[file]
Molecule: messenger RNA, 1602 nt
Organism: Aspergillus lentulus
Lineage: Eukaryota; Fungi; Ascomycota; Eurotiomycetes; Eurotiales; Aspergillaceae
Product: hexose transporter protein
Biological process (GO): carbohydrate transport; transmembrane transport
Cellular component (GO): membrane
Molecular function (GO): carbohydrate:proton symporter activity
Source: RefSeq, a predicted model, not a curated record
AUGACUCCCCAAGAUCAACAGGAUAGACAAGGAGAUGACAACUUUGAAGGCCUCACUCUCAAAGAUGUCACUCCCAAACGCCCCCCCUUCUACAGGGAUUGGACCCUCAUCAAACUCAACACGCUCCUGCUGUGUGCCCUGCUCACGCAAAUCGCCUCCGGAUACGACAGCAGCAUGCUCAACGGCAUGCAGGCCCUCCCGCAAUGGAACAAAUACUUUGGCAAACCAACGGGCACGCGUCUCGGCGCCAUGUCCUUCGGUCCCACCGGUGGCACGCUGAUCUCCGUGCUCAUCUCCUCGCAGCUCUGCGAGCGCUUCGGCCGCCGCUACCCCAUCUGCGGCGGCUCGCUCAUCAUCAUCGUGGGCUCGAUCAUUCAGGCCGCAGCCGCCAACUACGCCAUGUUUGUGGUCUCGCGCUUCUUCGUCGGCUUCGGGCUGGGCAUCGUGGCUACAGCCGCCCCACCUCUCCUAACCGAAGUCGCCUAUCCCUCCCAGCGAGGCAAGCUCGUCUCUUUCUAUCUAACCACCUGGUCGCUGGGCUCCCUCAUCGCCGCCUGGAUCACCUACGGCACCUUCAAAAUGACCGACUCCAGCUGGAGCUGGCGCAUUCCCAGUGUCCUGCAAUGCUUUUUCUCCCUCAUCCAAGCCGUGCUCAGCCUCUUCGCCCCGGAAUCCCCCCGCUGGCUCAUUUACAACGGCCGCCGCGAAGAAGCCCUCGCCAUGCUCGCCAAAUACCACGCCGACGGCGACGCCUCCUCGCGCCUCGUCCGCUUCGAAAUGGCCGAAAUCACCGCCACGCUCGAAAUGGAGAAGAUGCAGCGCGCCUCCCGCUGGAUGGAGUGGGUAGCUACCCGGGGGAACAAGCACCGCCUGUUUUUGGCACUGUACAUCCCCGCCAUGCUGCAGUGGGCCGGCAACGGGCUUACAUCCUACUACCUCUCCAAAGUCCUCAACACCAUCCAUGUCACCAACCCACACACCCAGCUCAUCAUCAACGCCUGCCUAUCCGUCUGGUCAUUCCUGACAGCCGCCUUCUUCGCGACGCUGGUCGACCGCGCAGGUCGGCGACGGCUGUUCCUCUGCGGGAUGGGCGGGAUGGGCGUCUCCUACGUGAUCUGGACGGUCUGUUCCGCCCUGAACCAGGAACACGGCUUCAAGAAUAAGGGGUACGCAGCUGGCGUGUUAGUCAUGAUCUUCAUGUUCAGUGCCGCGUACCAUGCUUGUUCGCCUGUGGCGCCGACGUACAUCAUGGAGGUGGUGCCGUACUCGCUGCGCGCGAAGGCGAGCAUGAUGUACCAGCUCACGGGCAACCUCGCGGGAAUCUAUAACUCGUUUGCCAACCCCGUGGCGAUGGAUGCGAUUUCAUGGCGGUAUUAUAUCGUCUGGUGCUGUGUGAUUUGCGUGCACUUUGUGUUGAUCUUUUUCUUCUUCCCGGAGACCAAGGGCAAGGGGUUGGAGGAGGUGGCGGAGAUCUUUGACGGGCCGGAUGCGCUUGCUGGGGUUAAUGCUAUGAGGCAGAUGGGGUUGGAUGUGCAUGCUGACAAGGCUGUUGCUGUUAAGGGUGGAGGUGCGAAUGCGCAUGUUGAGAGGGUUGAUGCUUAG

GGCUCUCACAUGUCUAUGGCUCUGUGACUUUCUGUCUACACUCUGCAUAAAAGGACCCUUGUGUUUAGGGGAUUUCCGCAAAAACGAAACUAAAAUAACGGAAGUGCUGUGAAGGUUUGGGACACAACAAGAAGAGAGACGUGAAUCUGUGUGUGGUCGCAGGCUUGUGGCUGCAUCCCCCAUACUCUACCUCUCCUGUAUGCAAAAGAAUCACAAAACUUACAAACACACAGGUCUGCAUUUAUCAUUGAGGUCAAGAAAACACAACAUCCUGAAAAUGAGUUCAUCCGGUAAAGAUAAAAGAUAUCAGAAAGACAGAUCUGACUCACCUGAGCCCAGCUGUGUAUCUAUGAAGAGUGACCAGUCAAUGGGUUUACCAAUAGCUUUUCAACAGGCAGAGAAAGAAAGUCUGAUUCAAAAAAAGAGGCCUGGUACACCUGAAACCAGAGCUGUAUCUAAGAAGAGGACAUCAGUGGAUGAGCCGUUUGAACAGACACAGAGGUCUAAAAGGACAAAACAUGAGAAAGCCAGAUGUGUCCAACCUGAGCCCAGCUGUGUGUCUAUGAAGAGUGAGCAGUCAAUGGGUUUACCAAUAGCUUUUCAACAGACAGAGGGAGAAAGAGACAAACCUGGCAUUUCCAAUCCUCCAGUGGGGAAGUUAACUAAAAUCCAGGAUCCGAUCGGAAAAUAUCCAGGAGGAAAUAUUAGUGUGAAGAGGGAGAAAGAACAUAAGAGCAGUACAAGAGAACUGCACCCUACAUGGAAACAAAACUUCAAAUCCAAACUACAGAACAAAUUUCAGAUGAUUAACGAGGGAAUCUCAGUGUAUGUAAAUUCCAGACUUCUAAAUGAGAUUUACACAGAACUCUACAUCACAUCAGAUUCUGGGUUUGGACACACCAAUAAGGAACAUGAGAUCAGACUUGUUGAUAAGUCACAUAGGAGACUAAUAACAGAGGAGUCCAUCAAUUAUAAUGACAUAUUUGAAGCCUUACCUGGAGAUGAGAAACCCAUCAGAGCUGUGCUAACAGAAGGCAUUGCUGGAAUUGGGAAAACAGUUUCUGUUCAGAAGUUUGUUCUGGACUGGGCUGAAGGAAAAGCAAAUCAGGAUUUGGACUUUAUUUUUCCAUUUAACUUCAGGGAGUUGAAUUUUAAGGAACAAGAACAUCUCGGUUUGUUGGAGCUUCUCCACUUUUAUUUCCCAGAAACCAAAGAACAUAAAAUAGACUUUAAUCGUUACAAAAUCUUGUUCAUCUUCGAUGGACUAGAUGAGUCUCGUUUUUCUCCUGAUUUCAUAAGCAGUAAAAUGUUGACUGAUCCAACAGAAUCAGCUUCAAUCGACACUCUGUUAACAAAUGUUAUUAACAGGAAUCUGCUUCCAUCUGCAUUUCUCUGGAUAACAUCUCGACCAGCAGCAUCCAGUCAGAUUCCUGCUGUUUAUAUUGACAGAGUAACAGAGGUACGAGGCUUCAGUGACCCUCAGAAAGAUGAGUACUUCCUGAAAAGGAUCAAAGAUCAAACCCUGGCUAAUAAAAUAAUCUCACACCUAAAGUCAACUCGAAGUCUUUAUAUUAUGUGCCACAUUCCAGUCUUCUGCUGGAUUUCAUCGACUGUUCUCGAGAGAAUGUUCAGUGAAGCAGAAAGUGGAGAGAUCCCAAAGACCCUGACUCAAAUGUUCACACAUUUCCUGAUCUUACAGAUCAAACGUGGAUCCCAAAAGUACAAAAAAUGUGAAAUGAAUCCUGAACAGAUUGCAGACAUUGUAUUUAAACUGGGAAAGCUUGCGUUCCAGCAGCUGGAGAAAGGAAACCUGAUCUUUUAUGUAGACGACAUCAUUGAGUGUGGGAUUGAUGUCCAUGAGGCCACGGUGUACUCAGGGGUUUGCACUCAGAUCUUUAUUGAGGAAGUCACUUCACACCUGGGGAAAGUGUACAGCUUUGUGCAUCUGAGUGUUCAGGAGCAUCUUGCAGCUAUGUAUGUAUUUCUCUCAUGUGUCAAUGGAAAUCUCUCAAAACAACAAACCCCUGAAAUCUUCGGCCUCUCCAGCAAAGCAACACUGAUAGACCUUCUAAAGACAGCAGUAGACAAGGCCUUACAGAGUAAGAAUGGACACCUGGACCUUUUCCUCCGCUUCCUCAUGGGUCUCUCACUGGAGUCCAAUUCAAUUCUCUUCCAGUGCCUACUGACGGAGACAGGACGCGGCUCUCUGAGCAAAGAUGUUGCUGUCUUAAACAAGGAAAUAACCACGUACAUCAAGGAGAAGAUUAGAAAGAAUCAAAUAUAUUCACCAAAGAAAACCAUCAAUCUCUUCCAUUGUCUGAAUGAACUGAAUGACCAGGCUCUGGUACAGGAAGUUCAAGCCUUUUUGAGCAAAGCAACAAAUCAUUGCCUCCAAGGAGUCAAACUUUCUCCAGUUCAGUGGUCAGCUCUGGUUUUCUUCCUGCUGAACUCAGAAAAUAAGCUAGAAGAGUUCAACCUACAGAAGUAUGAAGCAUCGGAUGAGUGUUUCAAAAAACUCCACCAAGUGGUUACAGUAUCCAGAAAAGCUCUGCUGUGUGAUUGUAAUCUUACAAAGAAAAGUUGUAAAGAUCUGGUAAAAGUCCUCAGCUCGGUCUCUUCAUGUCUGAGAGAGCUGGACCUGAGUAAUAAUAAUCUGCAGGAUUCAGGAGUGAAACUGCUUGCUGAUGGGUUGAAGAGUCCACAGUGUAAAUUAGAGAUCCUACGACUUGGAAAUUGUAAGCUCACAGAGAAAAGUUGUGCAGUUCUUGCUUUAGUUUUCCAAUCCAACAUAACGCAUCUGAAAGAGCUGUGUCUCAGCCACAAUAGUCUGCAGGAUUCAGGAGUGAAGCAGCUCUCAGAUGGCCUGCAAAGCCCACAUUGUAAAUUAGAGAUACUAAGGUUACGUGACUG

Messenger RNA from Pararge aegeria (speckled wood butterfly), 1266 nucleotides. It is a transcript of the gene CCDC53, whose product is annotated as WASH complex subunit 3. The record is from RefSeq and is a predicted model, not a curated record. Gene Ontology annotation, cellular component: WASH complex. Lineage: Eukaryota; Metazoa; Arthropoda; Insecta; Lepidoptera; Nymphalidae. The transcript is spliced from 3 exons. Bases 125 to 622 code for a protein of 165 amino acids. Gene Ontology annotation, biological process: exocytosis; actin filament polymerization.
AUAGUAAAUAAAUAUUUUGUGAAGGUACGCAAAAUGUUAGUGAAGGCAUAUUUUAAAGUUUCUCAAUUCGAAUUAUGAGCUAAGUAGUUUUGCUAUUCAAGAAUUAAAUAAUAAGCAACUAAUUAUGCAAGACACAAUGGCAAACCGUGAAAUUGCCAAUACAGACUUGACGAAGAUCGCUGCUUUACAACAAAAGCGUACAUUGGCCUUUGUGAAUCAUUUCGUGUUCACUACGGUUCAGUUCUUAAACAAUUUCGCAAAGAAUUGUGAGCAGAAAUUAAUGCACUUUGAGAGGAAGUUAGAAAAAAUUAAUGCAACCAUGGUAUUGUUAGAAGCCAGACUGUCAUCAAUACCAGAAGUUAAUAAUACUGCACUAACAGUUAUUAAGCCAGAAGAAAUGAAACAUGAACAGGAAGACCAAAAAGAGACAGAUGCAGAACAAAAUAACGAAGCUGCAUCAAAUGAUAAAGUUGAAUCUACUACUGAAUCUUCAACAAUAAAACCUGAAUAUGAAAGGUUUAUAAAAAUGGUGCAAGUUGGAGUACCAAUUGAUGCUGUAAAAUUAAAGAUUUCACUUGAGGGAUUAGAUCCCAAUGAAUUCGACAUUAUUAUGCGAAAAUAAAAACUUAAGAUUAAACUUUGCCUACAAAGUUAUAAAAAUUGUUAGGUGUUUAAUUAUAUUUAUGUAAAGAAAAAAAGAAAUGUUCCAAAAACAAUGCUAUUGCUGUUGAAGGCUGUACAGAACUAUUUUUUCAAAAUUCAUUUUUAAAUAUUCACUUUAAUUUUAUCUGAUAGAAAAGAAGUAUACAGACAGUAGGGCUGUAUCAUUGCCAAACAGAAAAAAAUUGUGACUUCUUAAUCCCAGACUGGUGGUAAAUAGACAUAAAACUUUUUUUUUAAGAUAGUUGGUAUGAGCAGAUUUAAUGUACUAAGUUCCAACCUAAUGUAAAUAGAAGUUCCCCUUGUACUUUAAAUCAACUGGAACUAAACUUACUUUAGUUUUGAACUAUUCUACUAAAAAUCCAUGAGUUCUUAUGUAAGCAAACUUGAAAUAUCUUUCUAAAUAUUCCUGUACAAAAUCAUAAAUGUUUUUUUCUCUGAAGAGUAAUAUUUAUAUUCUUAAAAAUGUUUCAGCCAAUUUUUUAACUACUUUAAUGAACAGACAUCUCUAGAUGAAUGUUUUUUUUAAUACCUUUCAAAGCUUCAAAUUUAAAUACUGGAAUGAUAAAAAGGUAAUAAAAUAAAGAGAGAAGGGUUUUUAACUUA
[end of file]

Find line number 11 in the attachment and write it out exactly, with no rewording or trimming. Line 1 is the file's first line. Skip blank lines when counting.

Messenger RNA from Pararge aegeria (speckled wood butterfly), 1266 nucleotides. It is a transcript of the gene CCDC53, whose product is annotated as WASH complex subunit 3. The record is from RefSeq and is a predicted model, not a curated record. Gene Ontology annotation, cellular component: WASH complex. Lineage: Eukaryota; Metazoa; Arthropoda; Insecta; Lepidoptera; Nymphalidae. The transcript is spliced from 3 exons. Bases 125 to 622 code for a protein of 165 amino acids. Gene Ontology annotation, biological process: exocytosis; actin filament polymerization.